Baseball has a 162 game season for a reason. Yet, we often forget that. We get caught up in the excitement and story lines that catch our attention early in the year. I'm a victim of this, you're a victim of this, and it's part of the magic of baseball. Take the Los Angeles Dodgers, for instance. They started the year out so hot, everyone thought they'd run away with the division. The San Francisco Giants didn't seem to have the same pitching they had in years past with the ineffectiveness of Tim Lincecum, the Arizona Diamondbacks were battling injuries, and both the Colorado Rockies and San Diego Padres were horrid.
But things change. A month and a half is far to small a sample size from which to draw conclusions. The seemingly foregone conclusion that the Dodgers would win the National League West has fallen apart. Injuries and poor play have plagued the team throughout the second half. The Giants have been pitching better, including Lincecum (not to mention Matt Cain and his perfect game). The Diamondbacks made things interesting for a while and have been competitive. And the Padres have the best record in the NL West in the second half. So the season wore on, the Dodgers fell out of first place, they made a blockbuster trade, they continued to struggle, and now they sit three games out of the Wild Card with 12 games eft to play.
They still have a shot. They can still see the glimmering light of play-off hopes at the end of a dark tunnel. But what will they do to reach the end of that tunnel? Their reigning Cy Young award winning ace, Clayton Kershaw, has been battling a hip injury. Doctors say he can pitch, but surgery was a real concern about a week ago. With the heightened sense of protection teams have for their young pitchers, should the Dodgers rush Kershaw back in hopes of pushing them through the final week and a half of the season?
Kershaw is 12-9 with a 2.70 ERA in 30 starts this season. He has been dominant. So far this year, he has two complete game shut-outs, he's gone at least eight innings nine times, and he has 206 strikeouts. But he's been hurting. He hasn't started since September 11th. Before that, he missed a start for the same injury he's currently battling. Since the start of September, Kershaw has made just two starts. This is the stretch-run when teams need their pitchers the most. However, the Dodgers and Kershaw have been cautious with this hip injury.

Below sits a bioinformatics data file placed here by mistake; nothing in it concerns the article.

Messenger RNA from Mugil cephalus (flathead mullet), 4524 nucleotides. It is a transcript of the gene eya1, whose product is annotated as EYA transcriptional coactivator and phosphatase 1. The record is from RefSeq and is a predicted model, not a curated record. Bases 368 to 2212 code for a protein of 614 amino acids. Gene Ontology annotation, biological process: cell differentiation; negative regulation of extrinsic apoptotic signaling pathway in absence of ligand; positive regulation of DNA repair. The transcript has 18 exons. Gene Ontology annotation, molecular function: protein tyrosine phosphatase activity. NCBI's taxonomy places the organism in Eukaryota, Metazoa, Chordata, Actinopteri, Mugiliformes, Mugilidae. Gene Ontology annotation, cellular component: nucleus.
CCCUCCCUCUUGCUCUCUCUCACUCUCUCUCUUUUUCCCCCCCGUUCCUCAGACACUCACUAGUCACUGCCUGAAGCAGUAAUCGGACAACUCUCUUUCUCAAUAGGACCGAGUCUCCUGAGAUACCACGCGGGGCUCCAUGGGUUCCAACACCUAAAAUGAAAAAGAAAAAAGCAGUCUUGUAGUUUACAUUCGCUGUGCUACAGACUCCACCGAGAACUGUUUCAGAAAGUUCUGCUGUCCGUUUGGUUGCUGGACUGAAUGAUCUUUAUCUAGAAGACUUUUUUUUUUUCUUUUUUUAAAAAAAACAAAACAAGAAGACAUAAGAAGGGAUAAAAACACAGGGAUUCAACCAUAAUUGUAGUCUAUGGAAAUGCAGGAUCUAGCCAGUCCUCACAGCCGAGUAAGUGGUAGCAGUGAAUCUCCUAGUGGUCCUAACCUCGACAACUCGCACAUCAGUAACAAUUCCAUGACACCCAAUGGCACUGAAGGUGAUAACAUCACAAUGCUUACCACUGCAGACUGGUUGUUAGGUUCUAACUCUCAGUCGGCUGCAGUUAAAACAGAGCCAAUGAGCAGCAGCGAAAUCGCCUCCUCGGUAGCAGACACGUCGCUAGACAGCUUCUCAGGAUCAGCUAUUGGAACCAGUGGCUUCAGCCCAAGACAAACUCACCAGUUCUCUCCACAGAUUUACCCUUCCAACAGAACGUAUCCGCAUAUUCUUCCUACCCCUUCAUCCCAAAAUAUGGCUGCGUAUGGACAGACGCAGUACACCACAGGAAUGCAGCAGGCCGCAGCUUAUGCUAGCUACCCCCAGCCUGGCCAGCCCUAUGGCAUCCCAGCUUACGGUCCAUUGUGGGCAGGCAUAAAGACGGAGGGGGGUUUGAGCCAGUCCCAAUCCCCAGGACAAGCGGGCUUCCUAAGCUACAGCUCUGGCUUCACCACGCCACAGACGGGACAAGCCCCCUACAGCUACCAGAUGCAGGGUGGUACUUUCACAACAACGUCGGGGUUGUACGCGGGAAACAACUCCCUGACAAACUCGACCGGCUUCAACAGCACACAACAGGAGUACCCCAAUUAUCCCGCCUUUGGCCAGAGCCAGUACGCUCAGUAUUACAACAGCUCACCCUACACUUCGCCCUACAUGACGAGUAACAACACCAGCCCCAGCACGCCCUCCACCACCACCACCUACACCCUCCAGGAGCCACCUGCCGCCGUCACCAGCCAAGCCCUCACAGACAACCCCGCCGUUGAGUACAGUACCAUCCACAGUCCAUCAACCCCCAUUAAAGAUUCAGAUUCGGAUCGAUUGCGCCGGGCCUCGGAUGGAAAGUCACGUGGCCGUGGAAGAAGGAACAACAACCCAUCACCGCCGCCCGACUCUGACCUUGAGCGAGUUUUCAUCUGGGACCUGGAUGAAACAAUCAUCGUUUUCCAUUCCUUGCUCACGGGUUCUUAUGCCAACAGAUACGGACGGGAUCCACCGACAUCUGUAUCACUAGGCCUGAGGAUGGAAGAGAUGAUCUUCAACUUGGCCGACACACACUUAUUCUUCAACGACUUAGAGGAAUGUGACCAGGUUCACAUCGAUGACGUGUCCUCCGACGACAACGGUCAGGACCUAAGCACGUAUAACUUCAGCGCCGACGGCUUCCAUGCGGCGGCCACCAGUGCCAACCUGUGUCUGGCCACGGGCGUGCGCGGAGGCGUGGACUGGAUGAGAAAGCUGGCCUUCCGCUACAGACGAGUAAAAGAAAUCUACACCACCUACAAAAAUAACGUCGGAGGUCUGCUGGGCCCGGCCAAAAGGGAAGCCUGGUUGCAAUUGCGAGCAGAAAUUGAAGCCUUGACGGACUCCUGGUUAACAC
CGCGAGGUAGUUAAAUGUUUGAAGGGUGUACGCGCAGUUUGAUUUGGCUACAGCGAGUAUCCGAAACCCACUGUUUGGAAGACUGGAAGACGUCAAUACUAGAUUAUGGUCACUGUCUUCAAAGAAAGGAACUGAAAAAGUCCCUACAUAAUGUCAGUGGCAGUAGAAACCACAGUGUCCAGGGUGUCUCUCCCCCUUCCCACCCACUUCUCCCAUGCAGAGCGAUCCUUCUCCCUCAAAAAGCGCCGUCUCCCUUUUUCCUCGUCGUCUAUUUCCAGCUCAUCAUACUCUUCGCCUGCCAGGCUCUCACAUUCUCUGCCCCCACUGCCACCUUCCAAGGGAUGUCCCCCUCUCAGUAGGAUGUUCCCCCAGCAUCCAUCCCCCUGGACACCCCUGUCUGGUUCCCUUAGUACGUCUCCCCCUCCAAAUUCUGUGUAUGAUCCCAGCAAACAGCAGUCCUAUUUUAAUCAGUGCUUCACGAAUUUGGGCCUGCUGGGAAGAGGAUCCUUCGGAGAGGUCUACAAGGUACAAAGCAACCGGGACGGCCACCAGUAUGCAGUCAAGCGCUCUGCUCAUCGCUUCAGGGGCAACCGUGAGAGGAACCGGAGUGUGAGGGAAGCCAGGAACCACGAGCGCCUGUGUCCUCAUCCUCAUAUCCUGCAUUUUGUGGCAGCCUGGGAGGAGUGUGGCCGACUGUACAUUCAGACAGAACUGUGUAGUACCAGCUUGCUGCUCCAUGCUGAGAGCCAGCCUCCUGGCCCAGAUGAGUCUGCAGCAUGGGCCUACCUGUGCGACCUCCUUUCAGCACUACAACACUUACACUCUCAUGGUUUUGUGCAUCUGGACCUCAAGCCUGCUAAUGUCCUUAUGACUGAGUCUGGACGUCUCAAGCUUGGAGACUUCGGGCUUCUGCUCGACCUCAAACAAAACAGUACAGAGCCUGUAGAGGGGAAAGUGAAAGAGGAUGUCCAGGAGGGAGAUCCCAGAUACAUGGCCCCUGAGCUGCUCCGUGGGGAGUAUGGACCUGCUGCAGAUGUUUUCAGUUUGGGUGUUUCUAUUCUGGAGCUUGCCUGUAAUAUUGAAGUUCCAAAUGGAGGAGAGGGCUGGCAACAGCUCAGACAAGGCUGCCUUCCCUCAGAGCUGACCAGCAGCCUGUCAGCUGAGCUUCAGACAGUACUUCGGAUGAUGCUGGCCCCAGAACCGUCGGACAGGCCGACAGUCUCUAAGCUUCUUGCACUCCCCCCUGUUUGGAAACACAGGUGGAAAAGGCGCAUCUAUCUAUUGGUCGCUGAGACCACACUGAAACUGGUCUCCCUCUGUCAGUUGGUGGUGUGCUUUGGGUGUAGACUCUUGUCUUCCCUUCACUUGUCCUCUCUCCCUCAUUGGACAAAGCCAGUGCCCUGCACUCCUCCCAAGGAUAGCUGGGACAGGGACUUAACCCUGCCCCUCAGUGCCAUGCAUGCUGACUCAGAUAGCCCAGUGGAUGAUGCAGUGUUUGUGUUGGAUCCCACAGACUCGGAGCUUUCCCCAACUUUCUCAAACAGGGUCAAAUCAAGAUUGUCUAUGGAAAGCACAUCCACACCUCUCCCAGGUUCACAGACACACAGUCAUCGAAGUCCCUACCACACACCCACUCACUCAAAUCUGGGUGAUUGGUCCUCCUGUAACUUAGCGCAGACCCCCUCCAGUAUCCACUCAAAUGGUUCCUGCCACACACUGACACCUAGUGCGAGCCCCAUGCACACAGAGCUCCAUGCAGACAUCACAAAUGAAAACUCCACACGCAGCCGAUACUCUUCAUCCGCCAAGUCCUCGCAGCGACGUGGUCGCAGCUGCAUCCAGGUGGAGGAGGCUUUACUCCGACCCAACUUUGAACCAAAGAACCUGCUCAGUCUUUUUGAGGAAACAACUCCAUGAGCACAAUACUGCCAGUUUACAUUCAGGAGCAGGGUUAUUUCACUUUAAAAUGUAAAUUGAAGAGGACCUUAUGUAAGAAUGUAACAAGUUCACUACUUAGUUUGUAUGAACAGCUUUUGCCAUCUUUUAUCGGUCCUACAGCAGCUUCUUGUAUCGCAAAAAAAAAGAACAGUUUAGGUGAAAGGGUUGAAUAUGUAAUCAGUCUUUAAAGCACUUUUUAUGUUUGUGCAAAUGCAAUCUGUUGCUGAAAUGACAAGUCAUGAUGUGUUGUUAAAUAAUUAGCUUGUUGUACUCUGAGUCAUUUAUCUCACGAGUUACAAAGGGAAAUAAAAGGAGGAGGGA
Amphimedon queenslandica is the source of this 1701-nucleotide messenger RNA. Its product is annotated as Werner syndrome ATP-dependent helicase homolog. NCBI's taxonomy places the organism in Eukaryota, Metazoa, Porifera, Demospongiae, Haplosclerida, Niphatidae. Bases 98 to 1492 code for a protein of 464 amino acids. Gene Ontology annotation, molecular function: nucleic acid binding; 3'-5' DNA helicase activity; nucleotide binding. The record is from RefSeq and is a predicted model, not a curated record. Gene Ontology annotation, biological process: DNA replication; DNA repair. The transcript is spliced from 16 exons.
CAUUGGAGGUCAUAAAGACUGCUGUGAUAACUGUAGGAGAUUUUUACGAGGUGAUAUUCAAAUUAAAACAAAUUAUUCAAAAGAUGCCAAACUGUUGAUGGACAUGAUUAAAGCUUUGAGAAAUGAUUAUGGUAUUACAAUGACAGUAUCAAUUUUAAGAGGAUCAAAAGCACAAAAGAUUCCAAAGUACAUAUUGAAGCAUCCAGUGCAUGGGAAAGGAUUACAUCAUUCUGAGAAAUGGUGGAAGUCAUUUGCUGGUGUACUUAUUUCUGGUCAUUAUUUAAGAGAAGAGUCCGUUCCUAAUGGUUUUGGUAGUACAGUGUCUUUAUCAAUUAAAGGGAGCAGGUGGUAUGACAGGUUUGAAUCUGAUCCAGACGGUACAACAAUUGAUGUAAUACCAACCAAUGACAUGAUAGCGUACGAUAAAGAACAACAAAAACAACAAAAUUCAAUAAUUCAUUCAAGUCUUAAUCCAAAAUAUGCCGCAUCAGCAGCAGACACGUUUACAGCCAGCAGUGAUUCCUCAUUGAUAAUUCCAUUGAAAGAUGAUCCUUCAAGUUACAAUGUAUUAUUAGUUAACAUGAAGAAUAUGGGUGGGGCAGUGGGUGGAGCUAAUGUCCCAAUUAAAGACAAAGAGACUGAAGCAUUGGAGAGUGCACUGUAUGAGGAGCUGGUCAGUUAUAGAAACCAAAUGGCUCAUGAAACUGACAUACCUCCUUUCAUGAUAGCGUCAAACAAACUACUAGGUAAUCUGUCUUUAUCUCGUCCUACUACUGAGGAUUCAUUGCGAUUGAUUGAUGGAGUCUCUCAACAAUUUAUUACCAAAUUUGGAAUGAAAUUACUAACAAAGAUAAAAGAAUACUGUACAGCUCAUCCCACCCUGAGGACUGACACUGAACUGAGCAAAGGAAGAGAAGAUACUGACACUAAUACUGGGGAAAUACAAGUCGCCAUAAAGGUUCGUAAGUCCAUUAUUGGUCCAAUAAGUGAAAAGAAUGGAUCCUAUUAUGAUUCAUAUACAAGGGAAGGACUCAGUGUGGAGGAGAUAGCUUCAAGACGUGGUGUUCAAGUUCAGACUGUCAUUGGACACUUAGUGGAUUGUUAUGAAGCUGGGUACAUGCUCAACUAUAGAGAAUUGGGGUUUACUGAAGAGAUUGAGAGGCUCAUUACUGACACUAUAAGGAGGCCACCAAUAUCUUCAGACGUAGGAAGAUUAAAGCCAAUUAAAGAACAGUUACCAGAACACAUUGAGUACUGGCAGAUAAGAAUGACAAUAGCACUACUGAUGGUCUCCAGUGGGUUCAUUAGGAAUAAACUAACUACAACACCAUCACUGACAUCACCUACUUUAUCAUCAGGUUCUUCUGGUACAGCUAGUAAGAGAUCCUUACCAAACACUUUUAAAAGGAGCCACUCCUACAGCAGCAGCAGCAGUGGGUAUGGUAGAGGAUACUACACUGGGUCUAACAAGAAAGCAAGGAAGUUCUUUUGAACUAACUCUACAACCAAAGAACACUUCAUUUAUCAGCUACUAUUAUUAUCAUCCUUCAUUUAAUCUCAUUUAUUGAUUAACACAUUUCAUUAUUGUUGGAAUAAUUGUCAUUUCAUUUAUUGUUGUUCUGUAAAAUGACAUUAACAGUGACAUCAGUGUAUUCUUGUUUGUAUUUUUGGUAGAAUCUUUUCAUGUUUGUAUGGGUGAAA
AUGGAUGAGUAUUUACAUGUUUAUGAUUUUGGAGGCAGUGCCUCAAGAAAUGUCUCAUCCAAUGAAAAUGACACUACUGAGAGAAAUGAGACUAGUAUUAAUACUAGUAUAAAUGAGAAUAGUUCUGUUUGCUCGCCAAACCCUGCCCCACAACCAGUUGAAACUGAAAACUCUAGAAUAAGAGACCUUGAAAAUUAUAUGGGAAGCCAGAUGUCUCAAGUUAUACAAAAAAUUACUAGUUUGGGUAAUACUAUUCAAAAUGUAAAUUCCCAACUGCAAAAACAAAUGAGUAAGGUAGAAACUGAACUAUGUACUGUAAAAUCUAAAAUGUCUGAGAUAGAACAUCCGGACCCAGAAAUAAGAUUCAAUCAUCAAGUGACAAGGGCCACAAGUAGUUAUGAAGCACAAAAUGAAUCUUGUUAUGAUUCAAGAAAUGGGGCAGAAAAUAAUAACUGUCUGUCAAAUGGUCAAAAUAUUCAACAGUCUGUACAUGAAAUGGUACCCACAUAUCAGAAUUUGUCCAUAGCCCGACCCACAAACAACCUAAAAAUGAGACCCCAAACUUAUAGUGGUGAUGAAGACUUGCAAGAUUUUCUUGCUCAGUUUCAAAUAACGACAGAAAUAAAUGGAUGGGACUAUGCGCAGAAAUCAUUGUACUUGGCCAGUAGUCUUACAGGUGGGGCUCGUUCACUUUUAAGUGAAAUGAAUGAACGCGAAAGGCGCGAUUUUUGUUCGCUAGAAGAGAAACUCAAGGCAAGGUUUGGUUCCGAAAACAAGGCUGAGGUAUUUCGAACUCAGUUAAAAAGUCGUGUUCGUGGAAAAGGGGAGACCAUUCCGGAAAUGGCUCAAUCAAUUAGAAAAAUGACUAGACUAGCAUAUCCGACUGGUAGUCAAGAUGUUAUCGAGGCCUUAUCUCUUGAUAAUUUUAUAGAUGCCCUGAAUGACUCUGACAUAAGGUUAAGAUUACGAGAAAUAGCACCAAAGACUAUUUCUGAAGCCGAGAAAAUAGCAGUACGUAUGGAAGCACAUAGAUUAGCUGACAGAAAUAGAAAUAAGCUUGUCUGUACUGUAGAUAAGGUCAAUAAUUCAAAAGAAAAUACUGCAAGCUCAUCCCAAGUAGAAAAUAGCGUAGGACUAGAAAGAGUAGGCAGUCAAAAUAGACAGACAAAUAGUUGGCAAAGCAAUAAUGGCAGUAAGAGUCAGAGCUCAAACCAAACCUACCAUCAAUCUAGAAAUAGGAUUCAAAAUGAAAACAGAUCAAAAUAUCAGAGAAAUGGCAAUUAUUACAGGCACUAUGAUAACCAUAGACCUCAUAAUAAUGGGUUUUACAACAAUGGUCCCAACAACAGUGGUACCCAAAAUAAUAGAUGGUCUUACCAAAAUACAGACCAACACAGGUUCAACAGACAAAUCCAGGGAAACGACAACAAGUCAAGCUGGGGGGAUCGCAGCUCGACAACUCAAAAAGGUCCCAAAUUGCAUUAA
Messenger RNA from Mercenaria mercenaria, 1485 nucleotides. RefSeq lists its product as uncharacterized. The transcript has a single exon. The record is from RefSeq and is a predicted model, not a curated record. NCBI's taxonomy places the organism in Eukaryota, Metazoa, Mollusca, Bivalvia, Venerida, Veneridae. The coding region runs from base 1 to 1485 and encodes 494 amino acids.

Kershaw began his throwing program again after a second-opinion confirmed he had a right hip impingement. When he visited a specialist in New York, he was told he could continue pitching without causing further damage. While earlier reports indicated that Kershaw would require surgery, that is not the case. The Dodgers, though, have said that if he continues to experience pain when throwing, they won't allow him to pitch.
With 12 games left in the season, the decision can be questioned, but it's important to understand the overall impact Kershaw could even have. With 12 games left in the season, he could start two, maybe three, games. The Dodgers are facing a three-game deficit in the Wild Card, and they have two teams ahead of them that they will not play head-to-head for the rest of the year. Even if Kershaw started two more games this year and threw no-hitters, the Dodgers would still need some help to make up the ground they face in chasing the Milwaukee Brewers and St. Louis Cardinals. The rest of the Dodgers' team has to perform.
Since May 2nd, after the Dodgers got off to that hot start, Los Angeles is just 13-12 in games started by Kershaw. He gave up more than three runs just five times in those 25 starts, so he simply wasn't getting help from the Dodger bats. With the lack of support he has received for the majority of the season, rushing Kershaw back to the mound doesn't guarantee a thing.
The Dodgers are doing the right thing in being cautious with Kershaw. They were a decent team on paper leading up to the July 31st non-waiver trade deadline. Then they became a really good team on paper after trading for Josh Beckett, Adrian Gonzalez, and Hanley Ramirez. However, this club has woefully underperformed since May. They have a lot of the pieces they will need to be a successful team for a long time, but they will need to take a step back during the offseason and reevaluate what happened this year. What they will not need to reevaluate is Kershaw's importance to Los Angeles.
By ensuring Kershaw is able to pitch without pain, and by taking the necessary precautions to avoid further injury, the Dodgers are not throwing away a shot at the play-offs, they are ensuring the shot at the play-offs for many years to come.